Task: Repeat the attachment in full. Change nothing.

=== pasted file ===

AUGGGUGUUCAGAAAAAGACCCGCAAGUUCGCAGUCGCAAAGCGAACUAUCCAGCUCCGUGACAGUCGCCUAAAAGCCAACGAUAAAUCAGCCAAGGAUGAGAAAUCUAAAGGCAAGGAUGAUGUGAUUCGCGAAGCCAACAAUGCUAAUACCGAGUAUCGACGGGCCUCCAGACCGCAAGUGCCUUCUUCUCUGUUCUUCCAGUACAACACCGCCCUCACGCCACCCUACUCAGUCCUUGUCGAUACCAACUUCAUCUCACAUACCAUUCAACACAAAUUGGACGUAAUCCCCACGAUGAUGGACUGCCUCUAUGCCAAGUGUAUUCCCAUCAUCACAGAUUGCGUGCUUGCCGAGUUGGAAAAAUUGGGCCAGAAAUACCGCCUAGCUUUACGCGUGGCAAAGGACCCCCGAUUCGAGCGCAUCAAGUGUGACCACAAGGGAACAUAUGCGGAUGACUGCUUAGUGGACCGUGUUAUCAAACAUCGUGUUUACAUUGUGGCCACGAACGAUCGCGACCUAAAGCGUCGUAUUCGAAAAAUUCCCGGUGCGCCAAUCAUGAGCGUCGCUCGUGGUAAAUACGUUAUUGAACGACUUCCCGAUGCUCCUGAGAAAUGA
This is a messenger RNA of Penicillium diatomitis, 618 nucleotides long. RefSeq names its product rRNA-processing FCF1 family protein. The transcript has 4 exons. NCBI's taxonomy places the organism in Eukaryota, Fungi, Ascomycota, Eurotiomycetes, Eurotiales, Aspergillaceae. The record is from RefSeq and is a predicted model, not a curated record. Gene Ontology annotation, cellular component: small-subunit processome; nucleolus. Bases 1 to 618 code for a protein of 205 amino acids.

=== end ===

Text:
AUGGGUGUUCAGAAAAAGACCCGCAAGUUCGCAGUCGCAAAGCGAACUAUCCAGCUCCGUGACAGUCGCCUAAAAGCCAACGAUAAAUCAGCCAAGGAUGAGAAAUCUAAAGGCAAGGAUGAUGUGAUUCGCGAAGCCAACAAUGCUAAUACCGAGUAUCGACGGGCCUCCAGACCGCAAGUGCCUUCUUCUCUGUUCUUCCAGUACAACACCGCCCUCACGCCACCCUACUCAGUCCUUGUCGAUACCAACUUCAUCUCACAUACCAUUCAACACAAAUUGGACGUAAUCCCCACGAUGAUGGACUGCCUCUAUGCCAAGUGUAUUCCCAUCAUCACAGAUUGCGUGCUUGCCGAGUUGGAAAAAUUGGGCCAGAAAUACCGCCUAGCUUUACGCGUGGCAAAGGACCCCCGAUUCGAGCGCAUCAAGUGUGACCACAAGGGAACAUAUGCGGAUGACUGCUUAGUGGACCGUGUUAUCAAACAUCGUGUUUACAUUGUGGCCACGAACGAUCGCGACCUAAAGCGUCGUAUUCGAAAAAUUCCCGGUGCGCCAAUCAUGAGCGUCGCUCGUGGUAAAUACGUUAUUGAACGACUUCCCGAUGCUCCUGAGAAAUGA
This is a messenger RNA of Penicillium diatomitis, 618 nucleotides long. RefSeq names its product rRNA-processing FCF1 family protein. The transcript has 4 exons. NCBI's taxonomy places the organism in Eukaryota, Fungi, Ascomycota, Eurotiomycetes, Eurotiales, Aspergillaceae. The record is from RefSeq and is a predicted model, not a curated record. Gene Ontology annotation, cellular component: small-subunit processome; nucleolus. Bases 1 to 618 code for a protein of 205 amino acids.